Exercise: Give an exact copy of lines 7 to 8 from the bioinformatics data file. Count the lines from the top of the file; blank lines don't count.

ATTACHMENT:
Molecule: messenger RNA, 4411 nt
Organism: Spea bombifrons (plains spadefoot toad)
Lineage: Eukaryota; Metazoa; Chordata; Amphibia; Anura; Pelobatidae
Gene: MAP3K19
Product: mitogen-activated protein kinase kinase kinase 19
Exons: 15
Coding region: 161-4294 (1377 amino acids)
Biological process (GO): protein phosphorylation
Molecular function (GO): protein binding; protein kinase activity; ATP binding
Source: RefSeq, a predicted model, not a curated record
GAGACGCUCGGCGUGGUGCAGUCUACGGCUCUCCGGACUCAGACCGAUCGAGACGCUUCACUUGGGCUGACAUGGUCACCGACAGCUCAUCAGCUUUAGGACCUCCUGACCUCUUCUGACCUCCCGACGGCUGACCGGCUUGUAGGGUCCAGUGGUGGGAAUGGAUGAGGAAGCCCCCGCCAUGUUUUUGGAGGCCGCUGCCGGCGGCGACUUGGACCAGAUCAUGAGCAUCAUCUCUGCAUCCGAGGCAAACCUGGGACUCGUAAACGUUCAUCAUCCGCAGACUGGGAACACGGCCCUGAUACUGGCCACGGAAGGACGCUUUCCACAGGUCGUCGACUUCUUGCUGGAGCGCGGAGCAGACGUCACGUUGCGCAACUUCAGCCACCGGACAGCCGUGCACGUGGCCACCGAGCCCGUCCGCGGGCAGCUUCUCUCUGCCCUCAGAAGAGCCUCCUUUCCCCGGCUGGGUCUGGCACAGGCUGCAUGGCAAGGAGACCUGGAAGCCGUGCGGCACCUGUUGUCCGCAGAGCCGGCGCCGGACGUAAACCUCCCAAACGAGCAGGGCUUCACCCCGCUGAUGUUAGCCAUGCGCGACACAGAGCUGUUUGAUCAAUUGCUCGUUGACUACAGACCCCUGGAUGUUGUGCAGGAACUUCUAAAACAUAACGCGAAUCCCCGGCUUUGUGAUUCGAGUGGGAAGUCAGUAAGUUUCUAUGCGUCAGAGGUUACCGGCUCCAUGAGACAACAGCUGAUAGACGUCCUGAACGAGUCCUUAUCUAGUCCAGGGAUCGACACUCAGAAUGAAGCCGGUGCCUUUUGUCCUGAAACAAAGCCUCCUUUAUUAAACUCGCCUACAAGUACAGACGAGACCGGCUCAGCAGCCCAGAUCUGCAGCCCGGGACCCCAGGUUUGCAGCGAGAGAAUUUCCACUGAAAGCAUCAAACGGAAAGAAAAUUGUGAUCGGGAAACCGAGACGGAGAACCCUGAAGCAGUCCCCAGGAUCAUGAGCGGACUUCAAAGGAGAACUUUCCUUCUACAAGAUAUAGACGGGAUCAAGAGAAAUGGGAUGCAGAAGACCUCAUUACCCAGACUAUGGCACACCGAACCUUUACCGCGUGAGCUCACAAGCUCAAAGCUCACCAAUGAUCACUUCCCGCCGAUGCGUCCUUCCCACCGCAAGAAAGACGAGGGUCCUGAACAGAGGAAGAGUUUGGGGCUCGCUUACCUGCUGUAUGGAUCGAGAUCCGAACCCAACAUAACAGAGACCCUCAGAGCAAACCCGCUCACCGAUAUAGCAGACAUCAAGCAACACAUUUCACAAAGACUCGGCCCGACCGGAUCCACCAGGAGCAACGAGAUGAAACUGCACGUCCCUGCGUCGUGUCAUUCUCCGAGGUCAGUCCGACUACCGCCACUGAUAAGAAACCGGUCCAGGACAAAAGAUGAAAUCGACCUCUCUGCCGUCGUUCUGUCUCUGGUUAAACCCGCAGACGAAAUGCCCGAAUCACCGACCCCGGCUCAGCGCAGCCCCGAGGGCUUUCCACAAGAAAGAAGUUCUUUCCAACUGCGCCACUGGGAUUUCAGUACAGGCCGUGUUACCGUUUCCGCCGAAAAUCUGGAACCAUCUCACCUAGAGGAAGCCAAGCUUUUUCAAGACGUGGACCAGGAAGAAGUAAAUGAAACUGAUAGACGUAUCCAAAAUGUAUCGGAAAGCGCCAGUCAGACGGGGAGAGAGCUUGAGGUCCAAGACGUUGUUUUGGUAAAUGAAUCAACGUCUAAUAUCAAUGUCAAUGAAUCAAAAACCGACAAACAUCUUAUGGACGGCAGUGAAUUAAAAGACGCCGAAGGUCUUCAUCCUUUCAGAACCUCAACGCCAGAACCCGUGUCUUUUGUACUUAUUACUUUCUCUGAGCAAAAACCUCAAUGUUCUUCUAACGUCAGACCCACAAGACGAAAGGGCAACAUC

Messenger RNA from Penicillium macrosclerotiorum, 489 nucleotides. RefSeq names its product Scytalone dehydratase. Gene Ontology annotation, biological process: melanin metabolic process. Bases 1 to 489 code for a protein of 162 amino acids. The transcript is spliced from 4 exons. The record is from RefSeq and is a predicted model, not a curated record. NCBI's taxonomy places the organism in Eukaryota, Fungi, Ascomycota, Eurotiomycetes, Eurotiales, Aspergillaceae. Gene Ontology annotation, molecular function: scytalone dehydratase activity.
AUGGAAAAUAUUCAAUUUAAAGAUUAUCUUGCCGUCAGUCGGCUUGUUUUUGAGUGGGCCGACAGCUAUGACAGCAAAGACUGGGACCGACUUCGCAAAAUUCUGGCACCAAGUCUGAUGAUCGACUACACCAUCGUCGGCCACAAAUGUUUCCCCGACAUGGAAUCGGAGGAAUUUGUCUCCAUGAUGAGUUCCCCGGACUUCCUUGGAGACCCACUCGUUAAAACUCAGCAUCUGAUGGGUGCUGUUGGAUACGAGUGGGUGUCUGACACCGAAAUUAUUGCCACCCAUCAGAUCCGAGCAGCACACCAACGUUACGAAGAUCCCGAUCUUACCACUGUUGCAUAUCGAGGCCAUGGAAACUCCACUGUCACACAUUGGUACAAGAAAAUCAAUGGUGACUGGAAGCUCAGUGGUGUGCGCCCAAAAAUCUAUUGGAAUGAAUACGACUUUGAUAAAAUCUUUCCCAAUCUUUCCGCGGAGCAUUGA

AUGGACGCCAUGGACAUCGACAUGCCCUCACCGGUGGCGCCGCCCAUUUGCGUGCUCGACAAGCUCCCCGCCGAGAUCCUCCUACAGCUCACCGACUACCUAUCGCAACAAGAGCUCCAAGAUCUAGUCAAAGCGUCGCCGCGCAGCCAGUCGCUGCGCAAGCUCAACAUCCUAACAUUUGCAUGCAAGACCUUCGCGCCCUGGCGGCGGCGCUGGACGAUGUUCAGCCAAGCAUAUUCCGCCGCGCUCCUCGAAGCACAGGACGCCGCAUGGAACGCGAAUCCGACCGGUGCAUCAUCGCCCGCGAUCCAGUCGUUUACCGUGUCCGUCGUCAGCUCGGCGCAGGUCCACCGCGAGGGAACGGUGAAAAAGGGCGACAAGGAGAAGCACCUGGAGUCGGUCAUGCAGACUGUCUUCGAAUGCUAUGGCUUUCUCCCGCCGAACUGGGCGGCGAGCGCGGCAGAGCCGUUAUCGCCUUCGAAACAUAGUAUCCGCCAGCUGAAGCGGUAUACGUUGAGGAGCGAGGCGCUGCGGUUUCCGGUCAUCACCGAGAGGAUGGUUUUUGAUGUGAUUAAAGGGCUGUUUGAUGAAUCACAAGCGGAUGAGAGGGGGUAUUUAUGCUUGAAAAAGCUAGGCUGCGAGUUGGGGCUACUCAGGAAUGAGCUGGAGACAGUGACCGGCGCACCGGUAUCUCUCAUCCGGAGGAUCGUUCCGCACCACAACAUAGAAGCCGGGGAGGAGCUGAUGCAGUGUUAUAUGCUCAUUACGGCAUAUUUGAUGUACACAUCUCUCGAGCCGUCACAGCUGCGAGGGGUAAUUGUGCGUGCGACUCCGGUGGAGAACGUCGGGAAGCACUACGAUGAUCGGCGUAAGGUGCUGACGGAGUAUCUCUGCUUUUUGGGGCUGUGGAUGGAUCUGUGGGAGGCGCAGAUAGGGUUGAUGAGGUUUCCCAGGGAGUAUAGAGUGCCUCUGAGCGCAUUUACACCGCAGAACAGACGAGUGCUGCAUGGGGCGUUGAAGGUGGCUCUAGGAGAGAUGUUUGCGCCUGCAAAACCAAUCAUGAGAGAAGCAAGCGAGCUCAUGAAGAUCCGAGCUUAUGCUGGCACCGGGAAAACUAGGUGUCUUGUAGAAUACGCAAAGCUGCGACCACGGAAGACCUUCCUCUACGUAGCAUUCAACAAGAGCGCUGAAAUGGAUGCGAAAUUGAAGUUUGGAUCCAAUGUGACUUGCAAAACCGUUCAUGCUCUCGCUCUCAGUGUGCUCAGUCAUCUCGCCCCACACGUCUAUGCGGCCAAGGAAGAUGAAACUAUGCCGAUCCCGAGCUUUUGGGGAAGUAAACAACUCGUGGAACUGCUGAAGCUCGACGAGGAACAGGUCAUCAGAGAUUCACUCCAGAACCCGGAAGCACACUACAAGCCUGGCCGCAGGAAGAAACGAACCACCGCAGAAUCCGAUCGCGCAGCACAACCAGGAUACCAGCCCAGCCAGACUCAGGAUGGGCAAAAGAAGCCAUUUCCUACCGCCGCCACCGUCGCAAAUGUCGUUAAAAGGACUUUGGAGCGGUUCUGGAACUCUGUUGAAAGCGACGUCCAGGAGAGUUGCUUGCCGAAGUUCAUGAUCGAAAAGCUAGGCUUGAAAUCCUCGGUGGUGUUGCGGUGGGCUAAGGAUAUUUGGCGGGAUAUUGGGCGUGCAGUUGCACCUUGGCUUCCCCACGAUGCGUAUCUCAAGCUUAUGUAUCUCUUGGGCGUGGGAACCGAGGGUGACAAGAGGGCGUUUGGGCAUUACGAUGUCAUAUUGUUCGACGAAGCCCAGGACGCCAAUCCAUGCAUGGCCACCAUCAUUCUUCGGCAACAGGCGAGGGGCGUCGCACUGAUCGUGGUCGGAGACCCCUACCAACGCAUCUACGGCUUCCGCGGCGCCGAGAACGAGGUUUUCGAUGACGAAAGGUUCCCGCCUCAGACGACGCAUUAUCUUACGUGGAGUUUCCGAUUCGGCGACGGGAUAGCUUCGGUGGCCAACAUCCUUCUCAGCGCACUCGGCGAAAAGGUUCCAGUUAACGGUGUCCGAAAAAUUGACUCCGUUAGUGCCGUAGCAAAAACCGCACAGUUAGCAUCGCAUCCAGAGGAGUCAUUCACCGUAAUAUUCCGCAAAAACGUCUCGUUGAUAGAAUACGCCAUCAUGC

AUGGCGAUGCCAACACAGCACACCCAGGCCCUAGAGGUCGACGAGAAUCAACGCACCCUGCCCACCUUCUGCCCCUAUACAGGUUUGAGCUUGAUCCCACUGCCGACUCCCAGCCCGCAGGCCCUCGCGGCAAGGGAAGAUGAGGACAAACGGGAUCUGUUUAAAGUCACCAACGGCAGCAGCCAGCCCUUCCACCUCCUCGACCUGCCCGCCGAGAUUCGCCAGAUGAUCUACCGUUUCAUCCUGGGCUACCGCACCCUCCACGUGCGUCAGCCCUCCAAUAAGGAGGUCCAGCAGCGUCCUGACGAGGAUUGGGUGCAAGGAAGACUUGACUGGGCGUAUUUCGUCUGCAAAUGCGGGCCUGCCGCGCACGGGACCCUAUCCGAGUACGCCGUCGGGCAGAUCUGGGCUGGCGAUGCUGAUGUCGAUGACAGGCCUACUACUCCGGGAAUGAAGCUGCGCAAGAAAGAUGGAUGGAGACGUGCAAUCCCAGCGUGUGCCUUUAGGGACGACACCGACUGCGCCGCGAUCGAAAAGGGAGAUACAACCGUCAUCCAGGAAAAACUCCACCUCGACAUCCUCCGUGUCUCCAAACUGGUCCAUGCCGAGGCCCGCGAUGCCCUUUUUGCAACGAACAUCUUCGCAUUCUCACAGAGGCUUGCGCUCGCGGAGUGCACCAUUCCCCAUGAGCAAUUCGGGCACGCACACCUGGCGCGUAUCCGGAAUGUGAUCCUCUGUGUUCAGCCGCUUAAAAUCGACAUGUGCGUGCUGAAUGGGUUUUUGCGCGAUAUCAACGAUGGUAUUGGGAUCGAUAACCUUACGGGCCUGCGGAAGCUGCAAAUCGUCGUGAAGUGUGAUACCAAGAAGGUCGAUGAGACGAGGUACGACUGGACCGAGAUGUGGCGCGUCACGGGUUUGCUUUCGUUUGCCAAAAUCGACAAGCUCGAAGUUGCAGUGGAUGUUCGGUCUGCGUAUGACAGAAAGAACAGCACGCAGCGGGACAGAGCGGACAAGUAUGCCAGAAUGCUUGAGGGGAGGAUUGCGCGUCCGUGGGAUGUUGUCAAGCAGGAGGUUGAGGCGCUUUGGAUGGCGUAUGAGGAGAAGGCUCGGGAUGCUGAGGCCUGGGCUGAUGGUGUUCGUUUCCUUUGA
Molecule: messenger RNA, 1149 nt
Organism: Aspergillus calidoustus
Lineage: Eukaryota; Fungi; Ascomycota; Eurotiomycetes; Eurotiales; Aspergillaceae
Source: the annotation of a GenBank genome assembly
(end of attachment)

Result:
Coding region: 161-4294 (1377 amino acids)
Biological process (GO): protein phosphorylation